Bil’s rating (out of 5): BB.5.
USA/Canada, 2004. Front Street Pictures, Front Street Productions, Renaissance Films. Screenplay by Larry Gross, based on the short stories We Don’t Live Here Anymore and Adultery by Andre Dubus. Cinematography by Maryse Alberti. Produced by Jonas Goodman, Harvey Kahn, Naomi Watts. Music by Michael Convertino. Production Design by Tony Devenyi. Costume Design by Katia Stano. Film Editing by Alexandre de Franceschi.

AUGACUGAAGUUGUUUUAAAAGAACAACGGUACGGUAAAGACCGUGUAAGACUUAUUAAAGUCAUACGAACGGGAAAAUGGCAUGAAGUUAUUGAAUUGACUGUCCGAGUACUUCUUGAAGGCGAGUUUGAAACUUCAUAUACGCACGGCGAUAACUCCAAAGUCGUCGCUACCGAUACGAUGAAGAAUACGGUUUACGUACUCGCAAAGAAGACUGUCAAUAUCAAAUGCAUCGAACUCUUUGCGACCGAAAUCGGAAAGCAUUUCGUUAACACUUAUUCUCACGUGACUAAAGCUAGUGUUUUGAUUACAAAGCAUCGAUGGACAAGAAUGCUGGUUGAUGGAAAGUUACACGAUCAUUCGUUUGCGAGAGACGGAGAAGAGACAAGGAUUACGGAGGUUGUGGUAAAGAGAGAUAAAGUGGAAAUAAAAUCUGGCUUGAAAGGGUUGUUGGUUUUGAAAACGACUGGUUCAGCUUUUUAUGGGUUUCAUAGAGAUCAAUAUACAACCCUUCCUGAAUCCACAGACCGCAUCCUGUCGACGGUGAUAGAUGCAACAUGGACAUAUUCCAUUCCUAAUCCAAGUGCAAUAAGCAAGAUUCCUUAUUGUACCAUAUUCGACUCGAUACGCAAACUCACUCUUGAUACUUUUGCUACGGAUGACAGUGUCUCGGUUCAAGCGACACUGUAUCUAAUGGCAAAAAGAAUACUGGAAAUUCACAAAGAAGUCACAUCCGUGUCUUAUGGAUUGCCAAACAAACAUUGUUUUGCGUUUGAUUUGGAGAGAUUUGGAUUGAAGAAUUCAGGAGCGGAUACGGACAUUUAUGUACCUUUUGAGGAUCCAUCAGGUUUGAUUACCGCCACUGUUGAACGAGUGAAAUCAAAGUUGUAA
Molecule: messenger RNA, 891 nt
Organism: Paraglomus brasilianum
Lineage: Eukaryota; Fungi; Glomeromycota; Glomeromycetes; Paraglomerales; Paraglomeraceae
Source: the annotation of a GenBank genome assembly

Yeah, but we don’t care. This adaptation of two Andre Dubus novellas (originally published in 1984, and it shows) falls short of the recent spew of film transfers of his works, including the acclaimed House Of Sand And Fog and the overrated In The Bedroom. Mark Ruffalo and Laura Dern star as a struggling married couple, him a professor and she a housewife, who are nearly torn apart by his affair with her best friend (Naomi Watts) and Dern’s subsequent revenge with Ruffalo’s best friend (Peter Krause, also a professor), who is also Watts’s husband. The complexity with which these adulterous relationships are shown is thorough, detailed and more realistic than anything you’ve seen in a very long time (Fatal Attraction anyone?), but that doesn’t actually make it interesting. Besides, could there possibly be a more tired movie cliche than the oversexed, philandering professor who’s pretending to write a novel between affairs? The characters are mostly flat and unlikable, with Dern being the only one to shine through some inhuman qualities (stop sleeping with your friend and saying your husband made you do it! That’s so 1980s passive aggressive!) and give a rich performance that is easily the film’s best. Director John Curran keeps the story tightly focused on its four leads, going for a claustrophobic “resonance” that works at times but mostly just resonates a low hum that never registers.